How Channacademy is performing

Van Zoelen offered some specifics on Channacademy’s performance with Channable customers.

“In terms of engagement with Channable, we see that users that finished a Basic or Expert course engage with our product 145% more often compared to users that do not use Channacademy yet. For advanced learners, this is as high as 166%. When looking at the level of complexity of our features, we see that Channacademy learners that finished an Expert course use our most complex feature — the PPC tool — an amazing 210% more often.”

Cornwell wants that success to spread. “I hope that within two years we can be serving thousands of HubSpot customers, all running their own version of HubSpot Academy, running it on the Northpass platform, fully integrated with the HubSpot CRM.”

About The Author

Kim Davis is the Editorial Director of MarTech. Born in London, but a New Yorker for over two decades, Kim started covering enterprise software ten years ago. His experience encompasses SaaS for the enterprise, digital- ad data-driven urban planning, and applications of SaaS, digital technology, and data in the marketing space.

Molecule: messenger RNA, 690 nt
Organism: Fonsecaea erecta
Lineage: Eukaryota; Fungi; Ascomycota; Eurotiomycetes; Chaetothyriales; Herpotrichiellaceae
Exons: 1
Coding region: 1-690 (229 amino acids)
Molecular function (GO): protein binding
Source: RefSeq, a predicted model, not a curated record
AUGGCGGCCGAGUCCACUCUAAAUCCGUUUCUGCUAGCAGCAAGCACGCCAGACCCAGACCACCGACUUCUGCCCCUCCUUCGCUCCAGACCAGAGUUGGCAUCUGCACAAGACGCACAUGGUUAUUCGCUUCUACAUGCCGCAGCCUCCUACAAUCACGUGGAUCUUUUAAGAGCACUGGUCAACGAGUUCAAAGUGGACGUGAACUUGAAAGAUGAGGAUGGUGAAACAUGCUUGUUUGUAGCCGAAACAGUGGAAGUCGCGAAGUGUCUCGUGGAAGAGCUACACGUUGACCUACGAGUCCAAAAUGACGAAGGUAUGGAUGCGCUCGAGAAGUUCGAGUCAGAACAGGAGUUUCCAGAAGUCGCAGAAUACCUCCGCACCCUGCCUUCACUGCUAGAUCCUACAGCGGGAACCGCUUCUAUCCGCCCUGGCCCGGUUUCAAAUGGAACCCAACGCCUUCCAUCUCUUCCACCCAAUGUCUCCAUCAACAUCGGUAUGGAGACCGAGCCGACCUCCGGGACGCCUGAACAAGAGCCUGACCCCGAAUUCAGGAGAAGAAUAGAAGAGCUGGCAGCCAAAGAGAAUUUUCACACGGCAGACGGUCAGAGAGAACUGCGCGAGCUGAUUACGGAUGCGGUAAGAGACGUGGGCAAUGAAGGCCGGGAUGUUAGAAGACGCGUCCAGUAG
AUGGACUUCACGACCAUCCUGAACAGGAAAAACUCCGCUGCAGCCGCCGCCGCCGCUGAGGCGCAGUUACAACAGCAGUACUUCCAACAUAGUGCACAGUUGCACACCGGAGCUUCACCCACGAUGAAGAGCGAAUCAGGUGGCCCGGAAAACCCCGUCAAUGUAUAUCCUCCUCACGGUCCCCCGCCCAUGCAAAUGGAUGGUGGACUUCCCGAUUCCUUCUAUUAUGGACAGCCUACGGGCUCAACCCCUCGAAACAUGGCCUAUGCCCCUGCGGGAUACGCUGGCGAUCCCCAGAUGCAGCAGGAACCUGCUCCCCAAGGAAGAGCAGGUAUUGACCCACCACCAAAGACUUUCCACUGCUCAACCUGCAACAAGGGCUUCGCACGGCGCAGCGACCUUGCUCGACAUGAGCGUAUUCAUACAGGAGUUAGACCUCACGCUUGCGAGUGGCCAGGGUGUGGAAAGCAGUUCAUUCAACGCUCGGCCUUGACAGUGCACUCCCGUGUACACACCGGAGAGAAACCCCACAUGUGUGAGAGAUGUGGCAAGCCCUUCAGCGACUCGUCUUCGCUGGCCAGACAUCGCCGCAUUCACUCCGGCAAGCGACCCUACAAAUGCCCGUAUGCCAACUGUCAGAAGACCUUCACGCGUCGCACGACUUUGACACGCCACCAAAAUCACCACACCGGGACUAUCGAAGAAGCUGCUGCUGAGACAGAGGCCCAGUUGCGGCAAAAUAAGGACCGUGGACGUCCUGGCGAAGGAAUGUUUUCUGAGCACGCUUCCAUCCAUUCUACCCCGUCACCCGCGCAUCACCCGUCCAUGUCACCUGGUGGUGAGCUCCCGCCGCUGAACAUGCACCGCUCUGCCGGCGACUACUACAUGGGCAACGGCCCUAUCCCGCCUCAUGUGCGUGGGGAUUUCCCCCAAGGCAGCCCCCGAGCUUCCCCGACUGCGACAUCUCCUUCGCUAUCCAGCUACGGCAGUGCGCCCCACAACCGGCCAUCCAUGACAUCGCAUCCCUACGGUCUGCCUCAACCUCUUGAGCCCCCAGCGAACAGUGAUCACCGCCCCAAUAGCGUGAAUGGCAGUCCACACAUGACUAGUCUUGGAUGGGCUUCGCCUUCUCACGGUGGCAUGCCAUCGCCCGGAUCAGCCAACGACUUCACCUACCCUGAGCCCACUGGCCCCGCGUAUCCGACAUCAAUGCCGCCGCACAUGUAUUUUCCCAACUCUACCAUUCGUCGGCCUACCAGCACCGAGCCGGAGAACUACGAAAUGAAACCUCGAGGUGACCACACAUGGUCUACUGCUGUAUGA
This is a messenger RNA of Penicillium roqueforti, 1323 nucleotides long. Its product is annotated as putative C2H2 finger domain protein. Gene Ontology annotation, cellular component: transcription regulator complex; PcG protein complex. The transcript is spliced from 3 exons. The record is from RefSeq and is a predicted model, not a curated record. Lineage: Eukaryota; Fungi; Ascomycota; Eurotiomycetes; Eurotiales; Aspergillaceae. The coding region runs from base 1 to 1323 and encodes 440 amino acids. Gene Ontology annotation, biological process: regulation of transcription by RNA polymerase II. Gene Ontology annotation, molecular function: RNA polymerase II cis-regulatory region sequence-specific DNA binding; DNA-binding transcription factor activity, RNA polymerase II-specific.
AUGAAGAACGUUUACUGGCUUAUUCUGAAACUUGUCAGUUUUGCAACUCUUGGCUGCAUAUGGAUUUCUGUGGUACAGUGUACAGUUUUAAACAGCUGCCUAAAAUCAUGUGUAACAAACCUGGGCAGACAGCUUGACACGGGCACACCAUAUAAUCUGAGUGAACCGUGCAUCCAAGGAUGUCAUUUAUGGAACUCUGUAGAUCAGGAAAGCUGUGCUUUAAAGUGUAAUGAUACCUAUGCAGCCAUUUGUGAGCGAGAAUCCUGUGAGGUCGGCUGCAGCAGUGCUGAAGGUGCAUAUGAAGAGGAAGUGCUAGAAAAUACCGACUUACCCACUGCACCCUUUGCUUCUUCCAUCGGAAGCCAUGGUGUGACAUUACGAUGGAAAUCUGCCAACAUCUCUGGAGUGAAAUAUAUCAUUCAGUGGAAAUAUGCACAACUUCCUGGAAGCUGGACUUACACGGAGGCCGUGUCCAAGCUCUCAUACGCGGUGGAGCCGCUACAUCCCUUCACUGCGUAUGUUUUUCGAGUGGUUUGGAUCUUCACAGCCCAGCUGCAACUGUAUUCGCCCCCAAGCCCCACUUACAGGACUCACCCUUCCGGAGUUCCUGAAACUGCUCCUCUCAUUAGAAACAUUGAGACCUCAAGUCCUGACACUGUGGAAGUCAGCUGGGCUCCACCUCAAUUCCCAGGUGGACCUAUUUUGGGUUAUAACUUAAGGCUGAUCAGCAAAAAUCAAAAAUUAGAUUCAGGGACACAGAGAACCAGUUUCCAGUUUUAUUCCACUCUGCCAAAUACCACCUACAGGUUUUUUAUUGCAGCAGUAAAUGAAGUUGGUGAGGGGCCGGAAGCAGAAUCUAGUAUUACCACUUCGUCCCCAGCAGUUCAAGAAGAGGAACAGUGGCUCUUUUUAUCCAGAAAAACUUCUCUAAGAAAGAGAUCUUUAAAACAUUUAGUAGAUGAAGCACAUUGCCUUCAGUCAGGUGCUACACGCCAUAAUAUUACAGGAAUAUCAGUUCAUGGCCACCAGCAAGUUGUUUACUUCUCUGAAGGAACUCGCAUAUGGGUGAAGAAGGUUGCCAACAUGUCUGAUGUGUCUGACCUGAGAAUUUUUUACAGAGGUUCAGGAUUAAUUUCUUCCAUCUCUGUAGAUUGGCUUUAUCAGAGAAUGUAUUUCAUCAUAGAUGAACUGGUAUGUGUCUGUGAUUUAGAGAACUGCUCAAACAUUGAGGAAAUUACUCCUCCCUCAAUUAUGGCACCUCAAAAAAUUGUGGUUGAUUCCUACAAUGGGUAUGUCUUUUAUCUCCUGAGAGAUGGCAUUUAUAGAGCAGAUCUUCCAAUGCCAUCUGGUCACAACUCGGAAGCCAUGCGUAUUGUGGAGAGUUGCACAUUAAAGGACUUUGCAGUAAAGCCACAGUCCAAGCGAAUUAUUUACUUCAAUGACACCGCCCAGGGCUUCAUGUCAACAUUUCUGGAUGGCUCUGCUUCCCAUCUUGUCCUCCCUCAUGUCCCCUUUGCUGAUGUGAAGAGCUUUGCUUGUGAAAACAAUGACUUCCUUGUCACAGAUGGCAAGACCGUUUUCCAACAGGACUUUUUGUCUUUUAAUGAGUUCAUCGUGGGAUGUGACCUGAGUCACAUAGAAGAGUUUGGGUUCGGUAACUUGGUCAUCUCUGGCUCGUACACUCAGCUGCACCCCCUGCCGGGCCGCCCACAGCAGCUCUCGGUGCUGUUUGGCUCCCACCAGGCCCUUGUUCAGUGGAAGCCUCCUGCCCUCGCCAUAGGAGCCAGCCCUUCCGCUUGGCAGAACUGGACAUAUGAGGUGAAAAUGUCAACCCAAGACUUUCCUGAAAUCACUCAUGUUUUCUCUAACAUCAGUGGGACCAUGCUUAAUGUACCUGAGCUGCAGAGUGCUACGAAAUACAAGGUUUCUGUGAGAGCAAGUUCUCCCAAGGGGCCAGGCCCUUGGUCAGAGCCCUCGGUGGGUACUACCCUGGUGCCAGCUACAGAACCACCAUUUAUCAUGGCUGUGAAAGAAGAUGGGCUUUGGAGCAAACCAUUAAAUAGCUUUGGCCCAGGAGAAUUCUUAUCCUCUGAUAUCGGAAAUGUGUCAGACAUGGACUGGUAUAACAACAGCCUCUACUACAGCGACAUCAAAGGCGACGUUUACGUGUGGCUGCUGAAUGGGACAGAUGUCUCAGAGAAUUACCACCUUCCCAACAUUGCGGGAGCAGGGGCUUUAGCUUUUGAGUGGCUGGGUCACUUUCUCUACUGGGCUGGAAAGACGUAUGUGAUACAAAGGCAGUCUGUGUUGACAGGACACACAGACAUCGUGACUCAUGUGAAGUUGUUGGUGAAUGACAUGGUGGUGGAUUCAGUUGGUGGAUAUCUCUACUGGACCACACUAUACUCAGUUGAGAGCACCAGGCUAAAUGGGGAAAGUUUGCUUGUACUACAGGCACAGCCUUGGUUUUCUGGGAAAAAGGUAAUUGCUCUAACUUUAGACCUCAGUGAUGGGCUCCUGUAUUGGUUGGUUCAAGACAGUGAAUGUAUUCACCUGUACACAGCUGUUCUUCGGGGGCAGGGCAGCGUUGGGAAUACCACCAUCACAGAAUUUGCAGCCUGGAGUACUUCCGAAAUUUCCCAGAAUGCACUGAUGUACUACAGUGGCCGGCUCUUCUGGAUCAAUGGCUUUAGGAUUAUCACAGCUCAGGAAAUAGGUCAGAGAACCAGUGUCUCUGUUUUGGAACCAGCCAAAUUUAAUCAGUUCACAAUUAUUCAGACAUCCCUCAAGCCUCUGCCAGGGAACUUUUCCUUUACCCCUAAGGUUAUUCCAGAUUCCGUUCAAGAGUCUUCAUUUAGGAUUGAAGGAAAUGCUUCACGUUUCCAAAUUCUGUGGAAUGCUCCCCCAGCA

He first wrote about marketing technology as editor of Haymarket’s The Hub, a dedicated marketing tech website, which subsequently became a channel on the established direct marketing brand DMN. Kim joined DMN proper in 2016, as a senior editor, becoming Executive Editor, then Editor-in-Chief a position he held until January 2020.

Prior to working in tech journalism, Kim was Associate Editor at a New York Times hyper-local news site, The Local: East Village, and has previously worked as an editor of an academic publication, and as a music journalist. He has written hundreds of New York restaurant reviews for a personal blog, and has been an occasional guest contributor to Eater.